One such story originally appeared in the Welland Tribune of May 2, 1867.
Patrick O'Reilly, a handsome twenty-four year old discharged American soldier, had left his saddler's trade to join the Fenian army of liberation. He fought in the Battle of Ridgeway, and at the close of the engagement took a musket ball in his side.
When the Fenians left the field to retreat to Fort Erie, O'Reilly tried to keep up but after awhile fell behind. Overcome by the loss of blood he staggered to the door of a farmhouse about four miles from the Niagara River, and begged to be cared for and concealed from the redcoats.
The only person home at the time was one of the farmer's daughters. The farmer, along with the other men in his family, had been called away to look after horses which had been stolen by the Fenians. The girl took pity on O'Reilly, and knowing that once her father came home he would be turned over immediately to the authorities, decided on her own course of action. She concealed him in a disused barn some distance from the house, dressed his wound and supplied him with food and comfort for a week until he was able to travel.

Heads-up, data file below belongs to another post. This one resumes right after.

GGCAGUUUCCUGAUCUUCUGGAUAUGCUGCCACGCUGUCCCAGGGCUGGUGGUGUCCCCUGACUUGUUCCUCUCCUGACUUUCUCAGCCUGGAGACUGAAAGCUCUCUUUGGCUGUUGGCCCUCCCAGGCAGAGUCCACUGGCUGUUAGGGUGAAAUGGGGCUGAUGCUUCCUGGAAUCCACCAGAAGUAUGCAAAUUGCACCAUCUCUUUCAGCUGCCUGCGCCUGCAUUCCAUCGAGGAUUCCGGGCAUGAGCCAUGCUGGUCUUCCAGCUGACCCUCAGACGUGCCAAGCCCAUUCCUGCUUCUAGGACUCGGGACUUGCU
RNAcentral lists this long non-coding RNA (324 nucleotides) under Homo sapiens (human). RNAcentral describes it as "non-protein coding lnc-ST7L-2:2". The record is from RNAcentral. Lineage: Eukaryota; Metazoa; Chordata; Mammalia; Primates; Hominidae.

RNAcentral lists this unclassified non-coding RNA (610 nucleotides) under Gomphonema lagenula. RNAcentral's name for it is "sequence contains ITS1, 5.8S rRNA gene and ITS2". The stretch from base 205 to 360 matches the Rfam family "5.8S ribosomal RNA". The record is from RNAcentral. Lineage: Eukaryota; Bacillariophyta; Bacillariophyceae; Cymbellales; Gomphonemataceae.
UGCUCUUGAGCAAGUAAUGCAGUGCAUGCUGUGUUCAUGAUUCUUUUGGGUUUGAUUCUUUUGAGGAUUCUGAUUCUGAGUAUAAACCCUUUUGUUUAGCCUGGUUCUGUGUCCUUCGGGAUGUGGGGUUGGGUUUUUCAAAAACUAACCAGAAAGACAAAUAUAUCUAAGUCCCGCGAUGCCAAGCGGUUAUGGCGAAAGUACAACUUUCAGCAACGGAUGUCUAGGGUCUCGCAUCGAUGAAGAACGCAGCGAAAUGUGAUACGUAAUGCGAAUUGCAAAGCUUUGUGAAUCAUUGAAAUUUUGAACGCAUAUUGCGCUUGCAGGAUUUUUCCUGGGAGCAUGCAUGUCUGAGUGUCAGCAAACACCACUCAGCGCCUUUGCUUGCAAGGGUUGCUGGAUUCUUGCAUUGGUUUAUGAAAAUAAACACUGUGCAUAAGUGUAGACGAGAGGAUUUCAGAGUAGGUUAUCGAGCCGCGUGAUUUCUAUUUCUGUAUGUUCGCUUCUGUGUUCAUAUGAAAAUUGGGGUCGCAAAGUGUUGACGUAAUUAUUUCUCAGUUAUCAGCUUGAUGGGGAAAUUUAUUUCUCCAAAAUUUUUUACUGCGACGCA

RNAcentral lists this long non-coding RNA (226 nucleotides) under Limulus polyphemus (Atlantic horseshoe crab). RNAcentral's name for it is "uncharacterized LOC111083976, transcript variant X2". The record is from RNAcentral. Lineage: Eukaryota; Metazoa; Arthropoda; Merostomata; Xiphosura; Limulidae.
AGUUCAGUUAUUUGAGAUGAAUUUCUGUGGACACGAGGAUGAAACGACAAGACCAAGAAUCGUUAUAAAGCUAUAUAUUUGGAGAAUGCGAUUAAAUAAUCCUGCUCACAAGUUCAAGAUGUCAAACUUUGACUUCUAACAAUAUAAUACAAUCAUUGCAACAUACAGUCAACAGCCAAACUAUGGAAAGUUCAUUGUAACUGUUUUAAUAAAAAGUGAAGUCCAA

With the girl's guidance, O'Reilly was able to evade the Canadian sentries and militia and escaped back to Buffalo. After his departure she fell into a deep melancholy, and her family despaired for her wellbeing.
Some time passed and one evening a peddler called at the farmhouse and asked for a night's lodging. His request was granted and he retired early to bed.
When morning dawned the peddler was gone, and the girl as well. Her family remembered that she seemed to know the peddler, and had been agitated by his appearance. A couple answering to their description were seen driving toward the Suspension Bridge that same morning.
Two days later a notice in the Buffalo papers contained an announcement of their marriage.
The girl's parents were mortified at the elopement and subsequent turn of events. The Tribune reporter felt honour bound not to provide the girl's name.